• Global
    3 out of 5 stars
  • Performance
    2 out of 5 stars
  • Histoire
    3 out of 5 stars
  • Christopher S Lipsit
  • 18/02/2015

A bit overkill

Extremely interesting concepts explained ad nauseum with far too much data. Perhaps a better read on paper back for easier skimming.

1 sur 1 personne(s) ont trouvé cet avis utile.

  • Global
    3 out of 5 stars
  • Performance
    3 out of 5 stars
  • Histoire
    3 out of 5 stars
  • Mike L
  • 17/03/2018

Interesting topic but...

reads like a textbook. The author spends the majority of the time proving his theory through other research and world events and only one chapter talking about what comes after. I understand that I should not just take his word that his theory is correct and he should attempt to prove it, but I felt like the book beat a dead horse after a while. ok you're right let's move on, but apparently there isn't much thought put into after. Still there topic was interesting but the writing style and presentation was boring and long winded at times.

  • Global
    2 out of 5 stars
  • Performance
    5 out of 5 stars
  • Histoire
    2 out of 5 stars
  • Angelina Grass
  • 17/11/2017

Takes too long to get to “So What”

Most of the book is a collection of research findings on where power is declining. Only the very last chapter was insightful on the “so what”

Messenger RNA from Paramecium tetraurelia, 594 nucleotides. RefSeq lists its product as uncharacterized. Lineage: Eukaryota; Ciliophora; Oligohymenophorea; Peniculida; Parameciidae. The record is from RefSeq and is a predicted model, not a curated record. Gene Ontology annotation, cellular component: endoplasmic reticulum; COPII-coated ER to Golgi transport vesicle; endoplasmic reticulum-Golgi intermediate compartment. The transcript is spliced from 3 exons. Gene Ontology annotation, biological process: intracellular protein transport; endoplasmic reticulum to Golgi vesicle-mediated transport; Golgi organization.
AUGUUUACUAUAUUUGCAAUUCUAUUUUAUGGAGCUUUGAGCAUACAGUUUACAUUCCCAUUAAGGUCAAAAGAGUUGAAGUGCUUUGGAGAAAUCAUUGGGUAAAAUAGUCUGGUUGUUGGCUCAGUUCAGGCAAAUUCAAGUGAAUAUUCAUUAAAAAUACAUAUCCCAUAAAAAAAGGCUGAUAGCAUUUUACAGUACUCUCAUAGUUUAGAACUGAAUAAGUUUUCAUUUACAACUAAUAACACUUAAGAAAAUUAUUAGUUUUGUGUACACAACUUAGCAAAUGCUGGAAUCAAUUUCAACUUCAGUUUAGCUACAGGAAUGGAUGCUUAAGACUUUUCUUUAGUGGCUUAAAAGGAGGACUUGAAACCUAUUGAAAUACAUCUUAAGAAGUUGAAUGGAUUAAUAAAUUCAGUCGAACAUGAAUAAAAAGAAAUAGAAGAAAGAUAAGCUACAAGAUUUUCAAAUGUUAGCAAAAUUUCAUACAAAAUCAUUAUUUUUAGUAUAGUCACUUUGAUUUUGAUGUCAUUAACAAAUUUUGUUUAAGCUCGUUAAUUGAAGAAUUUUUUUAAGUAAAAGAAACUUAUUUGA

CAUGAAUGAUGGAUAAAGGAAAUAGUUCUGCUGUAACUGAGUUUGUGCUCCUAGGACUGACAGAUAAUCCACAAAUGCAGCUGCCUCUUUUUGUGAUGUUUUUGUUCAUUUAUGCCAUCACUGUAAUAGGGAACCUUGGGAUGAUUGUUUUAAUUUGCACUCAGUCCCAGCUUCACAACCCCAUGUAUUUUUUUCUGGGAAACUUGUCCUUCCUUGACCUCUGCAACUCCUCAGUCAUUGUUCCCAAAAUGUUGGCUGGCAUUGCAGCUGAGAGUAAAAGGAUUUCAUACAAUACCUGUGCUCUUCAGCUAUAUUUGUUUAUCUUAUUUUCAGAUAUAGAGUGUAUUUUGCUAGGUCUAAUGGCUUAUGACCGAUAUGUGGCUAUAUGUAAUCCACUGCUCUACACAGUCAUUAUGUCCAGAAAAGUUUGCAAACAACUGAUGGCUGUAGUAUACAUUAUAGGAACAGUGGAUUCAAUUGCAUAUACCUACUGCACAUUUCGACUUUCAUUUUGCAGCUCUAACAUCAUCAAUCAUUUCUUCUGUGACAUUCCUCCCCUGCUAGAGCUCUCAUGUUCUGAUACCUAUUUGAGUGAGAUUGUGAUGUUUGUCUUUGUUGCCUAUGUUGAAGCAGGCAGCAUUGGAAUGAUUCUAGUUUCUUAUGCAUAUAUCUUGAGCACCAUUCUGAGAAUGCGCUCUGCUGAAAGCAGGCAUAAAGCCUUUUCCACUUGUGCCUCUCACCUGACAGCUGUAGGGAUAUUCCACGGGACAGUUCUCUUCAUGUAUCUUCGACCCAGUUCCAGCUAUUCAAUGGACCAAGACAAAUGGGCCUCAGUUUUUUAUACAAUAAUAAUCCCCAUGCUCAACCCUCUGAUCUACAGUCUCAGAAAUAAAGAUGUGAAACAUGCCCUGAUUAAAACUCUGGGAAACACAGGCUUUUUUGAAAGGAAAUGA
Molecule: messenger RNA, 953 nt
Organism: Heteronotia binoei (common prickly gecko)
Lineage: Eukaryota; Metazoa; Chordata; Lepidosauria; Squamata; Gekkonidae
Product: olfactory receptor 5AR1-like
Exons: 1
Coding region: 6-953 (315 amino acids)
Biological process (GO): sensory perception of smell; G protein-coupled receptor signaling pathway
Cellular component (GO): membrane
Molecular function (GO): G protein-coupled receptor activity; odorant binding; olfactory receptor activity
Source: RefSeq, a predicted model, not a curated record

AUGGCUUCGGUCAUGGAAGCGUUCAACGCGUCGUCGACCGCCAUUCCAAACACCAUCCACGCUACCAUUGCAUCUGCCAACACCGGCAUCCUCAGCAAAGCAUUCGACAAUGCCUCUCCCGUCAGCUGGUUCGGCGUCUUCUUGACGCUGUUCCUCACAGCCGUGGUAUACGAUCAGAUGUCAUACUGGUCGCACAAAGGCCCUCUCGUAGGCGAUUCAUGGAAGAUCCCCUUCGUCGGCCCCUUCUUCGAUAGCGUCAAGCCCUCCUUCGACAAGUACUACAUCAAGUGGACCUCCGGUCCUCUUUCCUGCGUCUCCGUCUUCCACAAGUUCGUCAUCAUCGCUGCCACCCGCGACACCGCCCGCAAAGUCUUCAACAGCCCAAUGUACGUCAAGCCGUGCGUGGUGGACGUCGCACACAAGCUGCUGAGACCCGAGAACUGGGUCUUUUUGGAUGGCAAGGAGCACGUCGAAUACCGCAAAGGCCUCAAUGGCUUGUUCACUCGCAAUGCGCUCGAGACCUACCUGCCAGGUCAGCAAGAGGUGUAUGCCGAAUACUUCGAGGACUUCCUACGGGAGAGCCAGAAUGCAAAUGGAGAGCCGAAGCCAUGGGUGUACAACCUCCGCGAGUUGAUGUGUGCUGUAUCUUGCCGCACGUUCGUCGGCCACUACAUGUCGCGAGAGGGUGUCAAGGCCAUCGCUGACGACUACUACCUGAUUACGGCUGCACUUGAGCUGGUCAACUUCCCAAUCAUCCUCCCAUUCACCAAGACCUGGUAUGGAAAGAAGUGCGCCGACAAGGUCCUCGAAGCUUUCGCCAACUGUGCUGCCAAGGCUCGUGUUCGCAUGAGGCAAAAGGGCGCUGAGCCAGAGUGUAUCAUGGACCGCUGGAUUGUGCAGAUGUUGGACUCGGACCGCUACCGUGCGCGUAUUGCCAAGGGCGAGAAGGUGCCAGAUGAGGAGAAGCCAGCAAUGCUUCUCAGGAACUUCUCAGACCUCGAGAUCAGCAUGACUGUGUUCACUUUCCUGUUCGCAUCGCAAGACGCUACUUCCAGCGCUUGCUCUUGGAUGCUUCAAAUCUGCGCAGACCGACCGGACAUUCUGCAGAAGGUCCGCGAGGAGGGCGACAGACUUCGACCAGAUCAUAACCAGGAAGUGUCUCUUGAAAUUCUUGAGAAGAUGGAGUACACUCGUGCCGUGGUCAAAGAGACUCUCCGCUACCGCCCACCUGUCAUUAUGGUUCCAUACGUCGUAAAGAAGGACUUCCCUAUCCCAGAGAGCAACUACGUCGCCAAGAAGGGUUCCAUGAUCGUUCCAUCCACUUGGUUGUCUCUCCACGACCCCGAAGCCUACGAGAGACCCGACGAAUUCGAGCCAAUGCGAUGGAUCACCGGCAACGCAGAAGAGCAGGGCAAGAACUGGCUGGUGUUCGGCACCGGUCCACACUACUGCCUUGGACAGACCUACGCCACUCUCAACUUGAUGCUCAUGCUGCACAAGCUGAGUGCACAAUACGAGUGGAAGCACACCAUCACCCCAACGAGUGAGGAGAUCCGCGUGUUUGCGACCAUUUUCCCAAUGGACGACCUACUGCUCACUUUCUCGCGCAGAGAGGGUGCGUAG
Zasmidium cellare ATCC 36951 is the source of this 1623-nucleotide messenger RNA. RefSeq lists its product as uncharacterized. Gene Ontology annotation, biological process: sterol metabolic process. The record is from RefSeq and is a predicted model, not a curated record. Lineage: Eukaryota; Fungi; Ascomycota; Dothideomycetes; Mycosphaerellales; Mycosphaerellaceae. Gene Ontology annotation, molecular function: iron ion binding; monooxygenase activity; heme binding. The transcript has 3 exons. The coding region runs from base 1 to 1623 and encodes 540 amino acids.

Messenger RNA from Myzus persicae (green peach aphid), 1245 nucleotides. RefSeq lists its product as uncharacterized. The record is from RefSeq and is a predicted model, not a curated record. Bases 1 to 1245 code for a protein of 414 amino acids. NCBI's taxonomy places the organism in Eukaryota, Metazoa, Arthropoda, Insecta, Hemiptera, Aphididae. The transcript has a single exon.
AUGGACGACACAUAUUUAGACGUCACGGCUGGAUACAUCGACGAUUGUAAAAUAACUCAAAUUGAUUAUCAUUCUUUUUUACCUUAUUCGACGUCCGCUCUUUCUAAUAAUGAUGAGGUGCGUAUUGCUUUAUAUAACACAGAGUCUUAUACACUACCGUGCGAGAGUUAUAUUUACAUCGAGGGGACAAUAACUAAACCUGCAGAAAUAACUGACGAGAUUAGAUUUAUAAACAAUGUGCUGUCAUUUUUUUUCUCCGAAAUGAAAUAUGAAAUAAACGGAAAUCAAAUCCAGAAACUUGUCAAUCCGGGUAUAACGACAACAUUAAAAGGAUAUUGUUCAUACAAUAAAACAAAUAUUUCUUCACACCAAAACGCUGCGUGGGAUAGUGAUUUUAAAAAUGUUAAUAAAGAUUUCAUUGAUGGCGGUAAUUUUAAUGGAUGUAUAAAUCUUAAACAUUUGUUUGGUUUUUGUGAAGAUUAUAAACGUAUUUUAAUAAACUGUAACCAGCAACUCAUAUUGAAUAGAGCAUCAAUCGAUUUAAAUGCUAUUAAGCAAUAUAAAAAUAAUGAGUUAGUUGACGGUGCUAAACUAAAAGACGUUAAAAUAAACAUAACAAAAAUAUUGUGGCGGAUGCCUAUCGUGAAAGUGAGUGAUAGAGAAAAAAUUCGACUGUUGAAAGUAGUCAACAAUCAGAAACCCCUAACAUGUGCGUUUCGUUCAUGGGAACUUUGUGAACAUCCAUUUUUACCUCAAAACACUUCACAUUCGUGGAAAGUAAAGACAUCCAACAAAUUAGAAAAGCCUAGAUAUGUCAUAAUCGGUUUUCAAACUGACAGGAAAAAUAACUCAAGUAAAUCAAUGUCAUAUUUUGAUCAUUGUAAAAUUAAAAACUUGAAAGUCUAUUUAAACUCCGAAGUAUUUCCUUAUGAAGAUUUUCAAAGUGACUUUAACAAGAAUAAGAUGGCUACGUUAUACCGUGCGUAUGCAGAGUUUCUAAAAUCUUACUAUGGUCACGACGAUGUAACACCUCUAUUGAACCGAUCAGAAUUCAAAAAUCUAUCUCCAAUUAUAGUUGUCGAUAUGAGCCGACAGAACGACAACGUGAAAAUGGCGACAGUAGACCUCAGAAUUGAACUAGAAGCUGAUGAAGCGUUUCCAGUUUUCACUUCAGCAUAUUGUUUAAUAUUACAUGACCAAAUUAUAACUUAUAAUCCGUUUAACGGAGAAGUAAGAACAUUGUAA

• Global
    4 out of 5 stars
  • Performance
    4 out of 5 stars
  • Histoire
    4 out of 5 stars
  • S. Yates
  • 25/01/2017

Interesting take on the way power has evolved

Any additional comments?

A provocative social science book examining what power is and how it has been decaying and becoming more diffuse in modern society. Especially interesting given the American political landscape of gridlock, extreme interest groups, super-PACs, and governmental inefficiency. Naím persuasively and thoughtfully argues his premise, that power has decayed, that even the most powerful individuals and entities are wielding their power less expansively and for shorter periods of time, than at any time in history. His examples throughout the book -- from the ever-shortening tenures of top CEOs, to fringe interest groups making governments "vetocracies", to the competition from charismatic Christian sects to the Catholic Church, to the lowered barriers for entry into a number of businesses -- offer a great deal of food for thought. Naím also mentions Francis Fukuyama's book (Political Order and Political Decay) and that book, combined with this one, is an excellent primer for some of what ails the workings of government. Even if you leave not entirely convinced, the logic and observations alone are helpful.

  • Global
    3 out of 5 stars
  • Performance
    4 out of 5 stars
  • Histoire